- Art and Words by Kris Waldherr
- Be in Love Again by Judith Geiger
- Goddess in a Tea Pot by Carolyn Boyd
- The Healing Power of Ritual by Nan Hall Linke
- Memory & Movement by Wickham Boyle
- Midlife Monkey Girls by Caren Monkey
- Midlife Road Trip by Sandi McKenna, Sher Bailey & Rick Griffin
- Motheroot Musings by Mary Saracino
- Oh My Goddess Bloggess by Wendi Knox
- Ruin and Beauty by Deena Metzger, CA
- Seeds for Sanctuary by Dr. Susan Corso
- Spreading the Gaia Word by Phoenix Wolf-Ray
- Starhawk’s Personal Blog
- Tales From the Velvet Chamber by Lillian Slugocki
- The Sustainable Soul: Natural Spirituality by Rebecca Hecking
- Writing for Life by Sandra Lee Schubert
I have always believed that if it is at all possible to save our planet Earth from the destruction that we have wreaked upon Her, that if it isn’t already too late, then it is we — women of a certain age — who are the ones who can and will do it. These Queens have affirmed my faith.
There is hope if people will begin to awaken that spiritual part of themselves, that heartfelt knowledge that we are caretakers of this planet.
– Brooke Medicine Eagle
Sharon Beder, Australia
Civil Engineer and leader in environmental and water supply issues
Professor Beder’s work focuses on the social, political and philosophical aspects of engineering and environmental politics, ecologically sustainable development, environmental principles and policies, and socio-political dimensions of environmental economics. She has been Chairperson of the Environmental Engineering Branch of the Institution of Engineers, President of the Society for Social Responsibility in Engineering, and a director of the Earth Foundation Australia. She is now the Environmental Education Coordinator at the University of Sydney.
Rashida Bee and Champa Devi Shukla, India (1960 and 1956)
Grassroots environmental activists
Rashida Bee and Champa Devi Shukla, two illiterate village women took it upon themselves to seek justice for the survivors of the poisonous gas leak from a storage tank at a Union Carbide pesticide factory into the heart of Bhopal city, which killed 8,000 people instantly. More than 20,000 deaths in the years since have been attributed to the disaster. Since 1984, the two women have tirelessly continued their efforts to exact justice from the giant chemical companies responsible. They have inspired support from all over the world.
Erin Brockovich 1960 America
American legal clerk and environmental activist
Erin Brockovich was instrumental in constructing a successful case against the Pacific Gas and Electric Company (PG&E) of California in 1993, despite the lack of a formal law school education, The case alleged contamination of drinking water with hexavalent chromium in the southern California town of Hinkley. Brockovich went on to participate in other anti-pollution lawsuits. After experiencing problems with mold contamination in her own home in the Conejo Valley, Brockovich became a prominent activist and educator in this area as well.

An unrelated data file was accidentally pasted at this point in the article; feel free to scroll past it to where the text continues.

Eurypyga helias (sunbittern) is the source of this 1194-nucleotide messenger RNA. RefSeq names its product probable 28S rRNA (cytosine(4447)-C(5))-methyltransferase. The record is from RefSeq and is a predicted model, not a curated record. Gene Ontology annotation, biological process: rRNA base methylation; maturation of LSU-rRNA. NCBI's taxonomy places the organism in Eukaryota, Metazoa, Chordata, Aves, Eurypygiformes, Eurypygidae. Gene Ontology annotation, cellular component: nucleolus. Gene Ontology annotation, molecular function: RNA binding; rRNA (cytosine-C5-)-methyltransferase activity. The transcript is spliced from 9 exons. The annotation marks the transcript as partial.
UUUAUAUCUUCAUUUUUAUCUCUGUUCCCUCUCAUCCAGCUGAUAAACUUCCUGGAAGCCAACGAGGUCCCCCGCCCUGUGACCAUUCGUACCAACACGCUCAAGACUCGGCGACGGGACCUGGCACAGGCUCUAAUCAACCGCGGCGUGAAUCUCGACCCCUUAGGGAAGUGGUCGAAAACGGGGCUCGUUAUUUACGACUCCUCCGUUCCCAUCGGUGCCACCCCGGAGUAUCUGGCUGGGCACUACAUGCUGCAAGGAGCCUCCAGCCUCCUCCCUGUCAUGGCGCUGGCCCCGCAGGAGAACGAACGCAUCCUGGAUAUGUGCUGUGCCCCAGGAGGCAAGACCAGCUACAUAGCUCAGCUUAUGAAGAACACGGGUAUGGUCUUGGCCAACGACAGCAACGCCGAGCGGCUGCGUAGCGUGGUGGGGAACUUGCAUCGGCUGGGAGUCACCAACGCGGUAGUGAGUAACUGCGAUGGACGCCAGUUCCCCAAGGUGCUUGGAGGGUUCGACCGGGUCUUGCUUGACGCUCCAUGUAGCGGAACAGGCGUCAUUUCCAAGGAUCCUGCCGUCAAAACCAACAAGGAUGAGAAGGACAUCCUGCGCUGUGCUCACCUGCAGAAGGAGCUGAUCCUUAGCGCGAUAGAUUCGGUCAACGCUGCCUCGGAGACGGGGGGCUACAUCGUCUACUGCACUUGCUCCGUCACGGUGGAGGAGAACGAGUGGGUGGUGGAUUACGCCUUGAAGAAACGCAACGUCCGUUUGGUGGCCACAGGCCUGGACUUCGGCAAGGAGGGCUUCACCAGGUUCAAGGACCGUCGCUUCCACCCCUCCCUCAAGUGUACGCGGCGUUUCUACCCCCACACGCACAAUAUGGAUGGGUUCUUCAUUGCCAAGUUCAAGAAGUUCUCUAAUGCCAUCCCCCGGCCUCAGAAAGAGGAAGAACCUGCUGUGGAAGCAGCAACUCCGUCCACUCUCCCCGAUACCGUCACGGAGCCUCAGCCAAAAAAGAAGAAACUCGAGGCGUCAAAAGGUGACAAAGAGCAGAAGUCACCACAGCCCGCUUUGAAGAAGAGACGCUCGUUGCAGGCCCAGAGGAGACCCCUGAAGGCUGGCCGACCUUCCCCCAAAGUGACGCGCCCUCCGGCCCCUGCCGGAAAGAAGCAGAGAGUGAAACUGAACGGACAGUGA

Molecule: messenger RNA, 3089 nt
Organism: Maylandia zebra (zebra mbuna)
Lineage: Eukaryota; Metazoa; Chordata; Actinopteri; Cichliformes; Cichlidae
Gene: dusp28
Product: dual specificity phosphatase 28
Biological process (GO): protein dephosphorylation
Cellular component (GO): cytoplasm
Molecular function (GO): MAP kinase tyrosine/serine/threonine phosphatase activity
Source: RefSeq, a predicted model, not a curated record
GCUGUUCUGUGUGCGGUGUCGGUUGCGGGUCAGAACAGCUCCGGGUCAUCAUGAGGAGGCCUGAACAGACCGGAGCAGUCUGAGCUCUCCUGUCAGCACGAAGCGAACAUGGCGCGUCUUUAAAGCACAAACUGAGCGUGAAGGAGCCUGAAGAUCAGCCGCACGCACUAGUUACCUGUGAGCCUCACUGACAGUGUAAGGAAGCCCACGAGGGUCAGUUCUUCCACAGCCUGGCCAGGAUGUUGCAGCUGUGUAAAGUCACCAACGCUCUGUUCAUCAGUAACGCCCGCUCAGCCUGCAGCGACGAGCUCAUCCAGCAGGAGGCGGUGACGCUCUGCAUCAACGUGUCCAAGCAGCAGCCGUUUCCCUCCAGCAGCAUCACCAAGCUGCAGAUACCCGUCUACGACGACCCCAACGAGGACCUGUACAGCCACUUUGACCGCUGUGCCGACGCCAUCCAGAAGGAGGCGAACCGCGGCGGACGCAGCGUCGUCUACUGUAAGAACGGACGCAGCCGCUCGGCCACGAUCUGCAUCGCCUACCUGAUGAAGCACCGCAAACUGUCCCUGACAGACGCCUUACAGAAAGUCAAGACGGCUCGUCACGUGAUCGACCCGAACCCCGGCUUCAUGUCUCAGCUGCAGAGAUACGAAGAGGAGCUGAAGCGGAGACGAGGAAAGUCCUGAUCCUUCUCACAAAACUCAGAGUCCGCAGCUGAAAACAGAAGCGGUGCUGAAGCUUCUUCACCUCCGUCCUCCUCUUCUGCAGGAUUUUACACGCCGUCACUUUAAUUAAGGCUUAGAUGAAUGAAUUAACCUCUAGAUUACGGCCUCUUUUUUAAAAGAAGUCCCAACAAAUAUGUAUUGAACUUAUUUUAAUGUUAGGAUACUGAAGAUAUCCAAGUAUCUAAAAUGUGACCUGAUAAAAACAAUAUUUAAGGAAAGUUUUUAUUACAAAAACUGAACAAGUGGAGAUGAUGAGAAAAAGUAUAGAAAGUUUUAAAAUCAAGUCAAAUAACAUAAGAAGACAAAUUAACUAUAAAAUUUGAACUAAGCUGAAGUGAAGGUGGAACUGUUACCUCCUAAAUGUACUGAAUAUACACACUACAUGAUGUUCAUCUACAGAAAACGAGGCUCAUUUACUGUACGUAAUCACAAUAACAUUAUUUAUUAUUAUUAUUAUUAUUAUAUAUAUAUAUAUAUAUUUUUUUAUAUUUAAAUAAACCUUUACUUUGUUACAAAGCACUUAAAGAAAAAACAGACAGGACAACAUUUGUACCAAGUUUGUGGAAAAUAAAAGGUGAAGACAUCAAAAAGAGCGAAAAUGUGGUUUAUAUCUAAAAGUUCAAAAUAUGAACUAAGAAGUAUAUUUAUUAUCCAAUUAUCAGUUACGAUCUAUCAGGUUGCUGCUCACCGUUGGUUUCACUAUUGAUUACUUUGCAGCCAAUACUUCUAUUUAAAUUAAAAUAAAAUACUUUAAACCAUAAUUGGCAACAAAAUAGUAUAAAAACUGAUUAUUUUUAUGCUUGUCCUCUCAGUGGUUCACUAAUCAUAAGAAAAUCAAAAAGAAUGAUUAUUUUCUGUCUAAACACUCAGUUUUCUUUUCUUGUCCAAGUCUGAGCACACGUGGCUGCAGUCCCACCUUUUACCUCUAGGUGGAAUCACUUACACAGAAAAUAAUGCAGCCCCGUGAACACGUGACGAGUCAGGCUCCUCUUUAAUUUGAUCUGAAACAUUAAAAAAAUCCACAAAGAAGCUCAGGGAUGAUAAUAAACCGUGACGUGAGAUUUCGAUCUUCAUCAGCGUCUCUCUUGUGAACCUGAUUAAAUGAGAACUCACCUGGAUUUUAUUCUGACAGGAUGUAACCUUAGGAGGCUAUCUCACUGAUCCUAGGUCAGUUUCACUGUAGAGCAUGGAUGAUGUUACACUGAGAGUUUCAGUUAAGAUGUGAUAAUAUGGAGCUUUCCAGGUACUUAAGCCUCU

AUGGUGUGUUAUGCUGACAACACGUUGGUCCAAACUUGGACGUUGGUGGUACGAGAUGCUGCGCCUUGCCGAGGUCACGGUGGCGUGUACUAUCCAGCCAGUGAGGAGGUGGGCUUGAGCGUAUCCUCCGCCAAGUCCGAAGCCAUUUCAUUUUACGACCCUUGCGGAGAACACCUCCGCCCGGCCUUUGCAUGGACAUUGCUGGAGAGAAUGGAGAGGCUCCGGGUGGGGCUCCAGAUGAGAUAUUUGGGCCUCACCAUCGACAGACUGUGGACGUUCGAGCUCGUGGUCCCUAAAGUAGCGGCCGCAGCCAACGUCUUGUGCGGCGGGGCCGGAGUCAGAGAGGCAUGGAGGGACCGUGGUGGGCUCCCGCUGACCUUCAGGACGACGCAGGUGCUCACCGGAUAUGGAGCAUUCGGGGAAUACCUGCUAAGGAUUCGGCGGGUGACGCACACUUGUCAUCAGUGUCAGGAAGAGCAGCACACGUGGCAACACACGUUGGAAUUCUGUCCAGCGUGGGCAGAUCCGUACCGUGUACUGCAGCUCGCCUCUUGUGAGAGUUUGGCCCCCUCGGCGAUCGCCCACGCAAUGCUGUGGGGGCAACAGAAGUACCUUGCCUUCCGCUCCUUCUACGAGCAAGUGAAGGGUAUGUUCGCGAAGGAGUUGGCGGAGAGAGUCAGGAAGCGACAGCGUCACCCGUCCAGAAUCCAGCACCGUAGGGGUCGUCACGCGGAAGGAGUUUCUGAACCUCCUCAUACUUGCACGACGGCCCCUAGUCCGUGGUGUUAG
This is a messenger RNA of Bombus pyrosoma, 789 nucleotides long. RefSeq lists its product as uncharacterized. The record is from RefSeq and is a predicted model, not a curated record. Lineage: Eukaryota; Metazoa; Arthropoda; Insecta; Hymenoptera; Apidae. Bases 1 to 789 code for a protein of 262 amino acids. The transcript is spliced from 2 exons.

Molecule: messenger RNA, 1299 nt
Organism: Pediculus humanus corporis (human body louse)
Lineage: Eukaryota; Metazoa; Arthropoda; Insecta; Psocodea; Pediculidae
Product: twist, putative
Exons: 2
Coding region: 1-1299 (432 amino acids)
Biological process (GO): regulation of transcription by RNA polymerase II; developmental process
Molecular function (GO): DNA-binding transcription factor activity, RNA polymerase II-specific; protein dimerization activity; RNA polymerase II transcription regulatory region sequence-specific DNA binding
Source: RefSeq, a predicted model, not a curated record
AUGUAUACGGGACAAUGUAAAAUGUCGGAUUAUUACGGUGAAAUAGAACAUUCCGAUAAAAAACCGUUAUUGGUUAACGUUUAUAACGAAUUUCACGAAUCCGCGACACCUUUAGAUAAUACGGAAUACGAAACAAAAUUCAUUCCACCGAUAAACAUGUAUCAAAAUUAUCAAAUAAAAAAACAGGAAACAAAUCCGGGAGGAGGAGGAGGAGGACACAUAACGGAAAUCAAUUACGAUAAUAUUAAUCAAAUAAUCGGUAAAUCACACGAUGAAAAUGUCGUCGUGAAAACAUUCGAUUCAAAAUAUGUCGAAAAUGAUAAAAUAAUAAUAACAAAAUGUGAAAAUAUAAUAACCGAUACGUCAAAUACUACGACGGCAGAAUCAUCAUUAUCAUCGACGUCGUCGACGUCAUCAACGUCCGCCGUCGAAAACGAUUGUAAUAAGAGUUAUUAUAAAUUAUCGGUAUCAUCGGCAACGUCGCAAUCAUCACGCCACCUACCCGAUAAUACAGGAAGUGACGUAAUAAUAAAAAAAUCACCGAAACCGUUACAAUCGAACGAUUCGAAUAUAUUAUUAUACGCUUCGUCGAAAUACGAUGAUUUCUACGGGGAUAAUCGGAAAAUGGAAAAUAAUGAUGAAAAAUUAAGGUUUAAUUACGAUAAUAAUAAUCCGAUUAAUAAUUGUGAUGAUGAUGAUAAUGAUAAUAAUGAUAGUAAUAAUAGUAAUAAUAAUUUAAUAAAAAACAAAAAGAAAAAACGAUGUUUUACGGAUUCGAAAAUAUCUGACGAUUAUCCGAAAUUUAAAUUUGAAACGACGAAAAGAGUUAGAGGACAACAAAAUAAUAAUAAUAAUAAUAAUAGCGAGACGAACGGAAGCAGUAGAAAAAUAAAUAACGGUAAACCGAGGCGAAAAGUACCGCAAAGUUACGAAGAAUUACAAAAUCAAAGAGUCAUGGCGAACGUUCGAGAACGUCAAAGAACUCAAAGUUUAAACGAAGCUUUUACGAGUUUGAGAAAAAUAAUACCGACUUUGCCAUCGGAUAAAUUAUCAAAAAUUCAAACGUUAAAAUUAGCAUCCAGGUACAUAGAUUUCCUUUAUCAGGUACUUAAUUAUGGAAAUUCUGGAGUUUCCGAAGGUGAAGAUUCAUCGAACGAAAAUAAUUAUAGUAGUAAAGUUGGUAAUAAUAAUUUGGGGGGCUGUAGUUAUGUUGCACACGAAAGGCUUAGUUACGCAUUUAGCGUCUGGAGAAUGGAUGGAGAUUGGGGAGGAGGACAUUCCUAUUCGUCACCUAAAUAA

Gro Harlem Brundtland, Norway (1939)
Head of the U.N. commission to define sustainable development
Gro Harlem Brundtland is a politician, diplomat, physician, and international leader in sustainable development and public health. Dr. Brundtland spearheaded the movement, now worldwide, to abolish cigarette smoking through education and persuasion. She was a two term Prime Minister of Norway, and has served as the Director General of the World Health Organization. She is now Special Envoy on Climate Change for the United Nations Secretary-General Ban Ki-moon.
Rachael Carson, United States (1907–1964)
Biologist, ecologist and nature writer
Rachael Carson is widely regarded to be the mother of the modern environmental movement. Her groundbreaking book, Silent Spring challenged the practices of agriculture, scientists and the government, bringing to light the environmental hazards of common post-WWII pesticides. She was attacked by the chemical industry and some in government as an alarmist, but courageously spoke out to remind us that we are a vulnerable part of the natural world, subject to the same damage as the rest of the ecosystem.
Sheila Watt-Cloutier, Canada-Inuit (1953)
Climate change activist
Sheila Watt-Cloutier has worked on a range of social and environmental issues affecting Inuit, most recently focused on persistent organic pollutants and global climate change. She is the President of the Inuit Circumpolar Council, which represents internationally the interests of Inuit in Russia, Alaska, Canada and Greenland. In 2005, she launched the world’s first international legal action on climate change, alleging that unchecked emissions of greenhouse gases from the United States have violated Inuit cultural and environmental human rights as guaranteed by the 1948 American Declaration of the Rights and Duties of Man.
… Stay tuned for Eco Sheroes – Part 2, on Wednesday and Eco Sheroes – Part 3, to be posted on Friday
Donna Henes is the author of The Queen of My Self: Stepping into Sovereignty in Midlife. She offers counseling and upbeat, practical and ceremonial guidance for individual women and groups who want to enjoy the fruits of an enriching, influential, purposeful, passionate, and powerful maturity. Consult the MIDLIFE MIDWIFE™
The Queen welcomes questions concerning all issues of interest to women in their mature years. Send your inquiries to email@example.com.